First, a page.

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Psychologist testifies that Trump rape accuser E. Jean Carroll has elements of PTSD


(NEW YORK)– A clinical psychologist told the jury that former Elle magazine columnist E. Jean Carroll displays elements of post-traumatic stress disorder at the start of the sixth day of Carroll’s civil defamation and battery case against former President Donald Trump.

Carroll, who brought the lawsuit in November, alleges that Trump defamed her in a 2022 Truth Social post by calling her allegations “a Hoax and a lie” and saying “This woman is not my type!” when he denied her claim that Trump raped her in a Bergdorf Goodman department store dressing room in the 1990s.

She added a charge of battery under a recently adopted New York law that allows adult survivors of sexual abuse to sue their alleged attacker regardless of the statute of limitations. Trump has denied all allegations that he raped Carroll or defamed her.

Dr. Leslie Lebowitz, who evaluated Carroll, testified that she did not formally diagnose Carroll with PTSD, but said Carroll met some of the criteria for it.

Lebowitz said Carroll exhibited signs of memories affected by trauma, describing a moment during her evaluation when Carroll “began to squirm in her seat” because she was “re-experiencing” elements of the alleged assault.

She also told the jury that rape victims commonly experience self-blame.

During her testimony earlier this week, Carroll said, “I was ashamed. I thought it was my fault.”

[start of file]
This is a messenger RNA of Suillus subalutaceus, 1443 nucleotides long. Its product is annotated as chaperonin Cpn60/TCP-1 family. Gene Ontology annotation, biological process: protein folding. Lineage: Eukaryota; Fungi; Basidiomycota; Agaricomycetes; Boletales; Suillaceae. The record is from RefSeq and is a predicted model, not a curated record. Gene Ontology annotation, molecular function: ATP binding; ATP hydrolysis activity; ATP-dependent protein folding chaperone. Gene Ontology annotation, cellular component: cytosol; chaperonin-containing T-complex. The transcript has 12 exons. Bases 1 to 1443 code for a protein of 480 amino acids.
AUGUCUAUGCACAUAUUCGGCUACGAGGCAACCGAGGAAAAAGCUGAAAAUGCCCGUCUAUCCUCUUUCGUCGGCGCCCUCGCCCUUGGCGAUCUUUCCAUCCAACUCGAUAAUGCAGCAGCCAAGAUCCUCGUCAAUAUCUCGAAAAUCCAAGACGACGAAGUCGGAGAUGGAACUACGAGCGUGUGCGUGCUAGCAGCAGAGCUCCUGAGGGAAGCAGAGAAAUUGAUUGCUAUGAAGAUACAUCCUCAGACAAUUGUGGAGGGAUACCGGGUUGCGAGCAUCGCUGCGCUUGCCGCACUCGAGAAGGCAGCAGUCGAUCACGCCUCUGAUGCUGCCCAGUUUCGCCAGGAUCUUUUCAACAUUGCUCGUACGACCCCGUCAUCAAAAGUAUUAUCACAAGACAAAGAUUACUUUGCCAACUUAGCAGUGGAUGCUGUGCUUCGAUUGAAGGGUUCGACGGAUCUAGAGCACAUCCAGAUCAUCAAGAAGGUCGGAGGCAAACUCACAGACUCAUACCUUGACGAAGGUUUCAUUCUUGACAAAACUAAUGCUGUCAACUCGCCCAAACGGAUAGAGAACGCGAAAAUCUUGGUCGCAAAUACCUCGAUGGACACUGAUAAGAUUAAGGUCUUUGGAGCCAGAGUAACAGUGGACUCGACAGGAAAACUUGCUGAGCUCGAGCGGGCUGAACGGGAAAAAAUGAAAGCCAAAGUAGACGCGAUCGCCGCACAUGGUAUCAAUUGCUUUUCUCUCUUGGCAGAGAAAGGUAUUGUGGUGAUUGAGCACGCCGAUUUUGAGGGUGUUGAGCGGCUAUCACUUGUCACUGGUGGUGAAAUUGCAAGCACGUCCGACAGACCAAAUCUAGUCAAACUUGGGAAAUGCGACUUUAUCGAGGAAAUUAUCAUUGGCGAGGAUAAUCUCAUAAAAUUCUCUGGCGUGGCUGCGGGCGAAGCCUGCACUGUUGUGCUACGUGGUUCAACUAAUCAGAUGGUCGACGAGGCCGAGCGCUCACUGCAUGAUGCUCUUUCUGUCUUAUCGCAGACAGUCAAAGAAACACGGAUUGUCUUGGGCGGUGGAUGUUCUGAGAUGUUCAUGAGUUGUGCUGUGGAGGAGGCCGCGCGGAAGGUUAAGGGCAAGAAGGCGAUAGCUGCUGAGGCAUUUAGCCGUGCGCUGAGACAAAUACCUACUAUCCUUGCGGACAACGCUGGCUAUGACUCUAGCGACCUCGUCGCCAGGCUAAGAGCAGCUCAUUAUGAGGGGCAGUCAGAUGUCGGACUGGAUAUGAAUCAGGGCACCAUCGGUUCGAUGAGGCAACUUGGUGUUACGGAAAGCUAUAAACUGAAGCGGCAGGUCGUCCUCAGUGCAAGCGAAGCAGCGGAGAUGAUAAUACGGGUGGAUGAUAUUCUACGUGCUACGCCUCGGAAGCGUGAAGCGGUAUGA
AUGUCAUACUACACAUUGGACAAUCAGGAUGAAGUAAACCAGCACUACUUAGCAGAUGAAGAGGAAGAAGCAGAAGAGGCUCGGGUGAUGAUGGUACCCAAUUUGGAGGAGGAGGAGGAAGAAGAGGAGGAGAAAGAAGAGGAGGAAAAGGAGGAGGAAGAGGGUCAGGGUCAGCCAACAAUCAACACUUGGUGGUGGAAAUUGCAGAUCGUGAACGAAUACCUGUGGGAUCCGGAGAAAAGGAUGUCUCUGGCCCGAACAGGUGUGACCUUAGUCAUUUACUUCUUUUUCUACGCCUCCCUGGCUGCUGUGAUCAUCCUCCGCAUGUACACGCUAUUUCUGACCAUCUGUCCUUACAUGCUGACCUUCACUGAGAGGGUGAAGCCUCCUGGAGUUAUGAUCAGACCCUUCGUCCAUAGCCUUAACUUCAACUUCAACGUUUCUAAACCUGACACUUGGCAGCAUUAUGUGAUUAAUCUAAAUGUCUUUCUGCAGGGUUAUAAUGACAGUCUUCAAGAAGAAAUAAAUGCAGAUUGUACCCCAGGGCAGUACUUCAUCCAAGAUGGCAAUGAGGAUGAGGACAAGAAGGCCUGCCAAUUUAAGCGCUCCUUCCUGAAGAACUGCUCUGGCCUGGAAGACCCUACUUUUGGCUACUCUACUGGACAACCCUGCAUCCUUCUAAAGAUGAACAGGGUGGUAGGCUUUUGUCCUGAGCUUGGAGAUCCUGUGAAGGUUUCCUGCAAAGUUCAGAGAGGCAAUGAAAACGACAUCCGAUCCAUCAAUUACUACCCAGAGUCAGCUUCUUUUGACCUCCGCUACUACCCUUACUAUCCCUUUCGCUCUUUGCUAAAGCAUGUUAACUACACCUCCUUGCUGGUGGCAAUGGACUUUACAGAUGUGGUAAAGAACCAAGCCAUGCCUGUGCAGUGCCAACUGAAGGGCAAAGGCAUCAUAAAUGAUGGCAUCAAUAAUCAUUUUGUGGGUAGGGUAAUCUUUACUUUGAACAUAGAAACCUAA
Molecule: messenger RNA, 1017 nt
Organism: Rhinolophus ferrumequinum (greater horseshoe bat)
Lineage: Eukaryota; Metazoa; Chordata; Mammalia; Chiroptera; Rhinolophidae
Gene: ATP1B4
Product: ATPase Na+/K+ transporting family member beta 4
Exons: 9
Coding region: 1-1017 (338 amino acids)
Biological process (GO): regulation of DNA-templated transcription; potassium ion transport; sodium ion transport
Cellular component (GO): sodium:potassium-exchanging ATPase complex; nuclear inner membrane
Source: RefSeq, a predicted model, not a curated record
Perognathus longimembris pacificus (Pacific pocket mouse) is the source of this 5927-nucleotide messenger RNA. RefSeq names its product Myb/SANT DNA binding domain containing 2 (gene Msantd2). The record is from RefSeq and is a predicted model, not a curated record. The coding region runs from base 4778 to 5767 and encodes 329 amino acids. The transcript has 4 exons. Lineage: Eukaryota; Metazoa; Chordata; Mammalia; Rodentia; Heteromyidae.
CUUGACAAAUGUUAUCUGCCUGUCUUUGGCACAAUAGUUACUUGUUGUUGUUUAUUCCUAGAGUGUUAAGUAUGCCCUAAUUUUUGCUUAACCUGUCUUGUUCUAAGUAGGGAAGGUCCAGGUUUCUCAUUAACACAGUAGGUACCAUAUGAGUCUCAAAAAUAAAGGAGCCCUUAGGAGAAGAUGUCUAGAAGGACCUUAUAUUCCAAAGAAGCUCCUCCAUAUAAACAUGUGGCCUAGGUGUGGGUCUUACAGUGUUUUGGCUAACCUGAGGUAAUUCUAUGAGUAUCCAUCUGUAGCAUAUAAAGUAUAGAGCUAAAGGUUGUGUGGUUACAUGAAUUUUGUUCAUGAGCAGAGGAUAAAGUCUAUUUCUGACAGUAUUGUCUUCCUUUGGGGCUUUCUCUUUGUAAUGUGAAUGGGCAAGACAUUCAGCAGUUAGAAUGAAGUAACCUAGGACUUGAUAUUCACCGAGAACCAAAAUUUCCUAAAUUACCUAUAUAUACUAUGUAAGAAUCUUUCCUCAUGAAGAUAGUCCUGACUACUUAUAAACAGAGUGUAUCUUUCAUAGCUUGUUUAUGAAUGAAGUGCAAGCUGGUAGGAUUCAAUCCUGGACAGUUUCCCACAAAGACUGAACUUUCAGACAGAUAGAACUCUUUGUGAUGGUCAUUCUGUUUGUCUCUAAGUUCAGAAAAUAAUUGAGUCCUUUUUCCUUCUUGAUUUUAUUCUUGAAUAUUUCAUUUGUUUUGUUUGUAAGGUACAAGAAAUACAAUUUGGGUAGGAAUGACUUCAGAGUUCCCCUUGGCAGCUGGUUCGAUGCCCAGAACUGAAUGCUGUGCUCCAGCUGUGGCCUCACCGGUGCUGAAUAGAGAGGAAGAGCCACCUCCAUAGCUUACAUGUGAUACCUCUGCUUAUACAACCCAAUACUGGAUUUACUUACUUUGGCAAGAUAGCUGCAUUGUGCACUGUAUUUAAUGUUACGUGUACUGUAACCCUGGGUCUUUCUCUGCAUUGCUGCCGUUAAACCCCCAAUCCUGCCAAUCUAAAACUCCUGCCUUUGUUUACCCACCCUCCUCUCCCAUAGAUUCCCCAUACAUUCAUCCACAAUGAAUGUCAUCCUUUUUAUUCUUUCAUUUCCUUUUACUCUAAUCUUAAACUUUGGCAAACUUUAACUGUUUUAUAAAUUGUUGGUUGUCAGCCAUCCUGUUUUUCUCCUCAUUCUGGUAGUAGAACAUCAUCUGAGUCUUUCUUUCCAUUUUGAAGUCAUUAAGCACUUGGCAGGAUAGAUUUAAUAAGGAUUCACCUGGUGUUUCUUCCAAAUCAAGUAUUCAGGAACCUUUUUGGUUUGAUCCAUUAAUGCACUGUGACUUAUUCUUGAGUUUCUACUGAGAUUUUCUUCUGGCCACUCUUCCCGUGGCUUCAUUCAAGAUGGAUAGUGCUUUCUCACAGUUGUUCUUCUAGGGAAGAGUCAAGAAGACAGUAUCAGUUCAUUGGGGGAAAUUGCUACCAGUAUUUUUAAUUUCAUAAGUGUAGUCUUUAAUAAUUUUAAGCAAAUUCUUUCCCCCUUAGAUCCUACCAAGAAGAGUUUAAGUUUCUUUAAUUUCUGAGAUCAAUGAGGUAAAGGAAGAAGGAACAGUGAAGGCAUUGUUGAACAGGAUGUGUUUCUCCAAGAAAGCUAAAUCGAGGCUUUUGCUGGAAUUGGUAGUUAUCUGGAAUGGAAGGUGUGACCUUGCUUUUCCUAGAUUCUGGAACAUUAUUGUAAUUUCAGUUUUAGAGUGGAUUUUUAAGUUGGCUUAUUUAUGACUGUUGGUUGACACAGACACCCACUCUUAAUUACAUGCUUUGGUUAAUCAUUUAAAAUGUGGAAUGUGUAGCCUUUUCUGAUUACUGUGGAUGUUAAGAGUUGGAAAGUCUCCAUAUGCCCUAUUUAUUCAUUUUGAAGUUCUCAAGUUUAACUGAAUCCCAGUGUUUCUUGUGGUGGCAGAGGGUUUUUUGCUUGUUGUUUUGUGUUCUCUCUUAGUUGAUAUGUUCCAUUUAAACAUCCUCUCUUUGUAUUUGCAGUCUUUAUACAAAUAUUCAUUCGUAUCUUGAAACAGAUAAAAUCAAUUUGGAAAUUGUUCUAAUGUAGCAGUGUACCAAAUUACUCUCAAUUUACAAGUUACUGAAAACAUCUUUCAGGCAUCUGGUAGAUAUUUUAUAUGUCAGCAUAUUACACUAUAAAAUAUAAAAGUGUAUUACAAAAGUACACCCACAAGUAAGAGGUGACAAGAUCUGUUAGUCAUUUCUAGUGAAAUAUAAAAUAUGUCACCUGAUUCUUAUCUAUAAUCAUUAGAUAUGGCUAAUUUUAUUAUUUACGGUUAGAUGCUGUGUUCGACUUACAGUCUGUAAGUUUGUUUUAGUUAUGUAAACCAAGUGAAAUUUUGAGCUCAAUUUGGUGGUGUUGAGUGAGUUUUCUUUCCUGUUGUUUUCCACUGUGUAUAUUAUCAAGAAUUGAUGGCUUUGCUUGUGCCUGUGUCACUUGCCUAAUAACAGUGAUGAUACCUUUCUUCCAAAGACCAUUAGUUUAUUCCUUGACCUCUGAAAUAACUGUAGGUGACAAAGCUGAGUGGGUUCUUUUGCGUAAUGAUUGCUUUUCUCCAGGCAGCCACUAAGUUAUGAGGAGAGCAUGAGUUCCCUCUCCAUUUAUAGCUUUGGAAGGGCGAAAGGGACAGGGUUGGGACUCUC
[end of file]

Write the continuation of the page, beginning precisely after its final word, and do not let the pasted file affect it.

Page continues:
“Why did you think it was your fault, Ms. Carroll?” her attorney, Michael Ferrara, asked.

“Because I was flirting with him and laughing and having one of the great times. It was high comedy. It was funny,” Carroll said.

Trump attorney Joe Tacopina told Judge Lewis Kaplan at the conclusion of testimony Tuesday that Trump himself would not be testifying in the case.

“It’s his call,” the judge said. “I understand that. You understand that. He understands that.”

Trump is not required to appear, as the trial is a civil case and not a criminal one.

The nine-member jury of six men and three women is weighing Carroll’s defamation and battery claims and deciding potential monetary damages.

Carroll’s lawsuit is her second against Trump related to her rape allegation.

She previously sued Trump in 2019 after the then-president denied her rape claim by telling The Hill that Carroll was “totally lying,” saying, “I’ll say it with great respect: No. 1, she’s not my type. No. 2, it never happened. It never happened, OK?” That defamation suit has been caught in a procedural back-and-forth over the question of whether Trump, as president, was acting in his official capacity as an employee of the federal government when he made those remarks.

If Trump is determined to have been acting as a government employee, the U.S. government would substitute as the defendant in that suit — which means that case would go away, since the government cannot be sued for defamation.

This month’s trial is taking place as Trump seeks the White House for a third time, while facing numerous legal challenges related to the Jan. 6 Capitol attack, his handling of classified material after leaving the White House, and possible attempts to interfere in Georgia’s 2020 vote. Fulton County District Attorney Fani Willis said last week she would decide whether to file criminal charges against Trump or his allies this summer.

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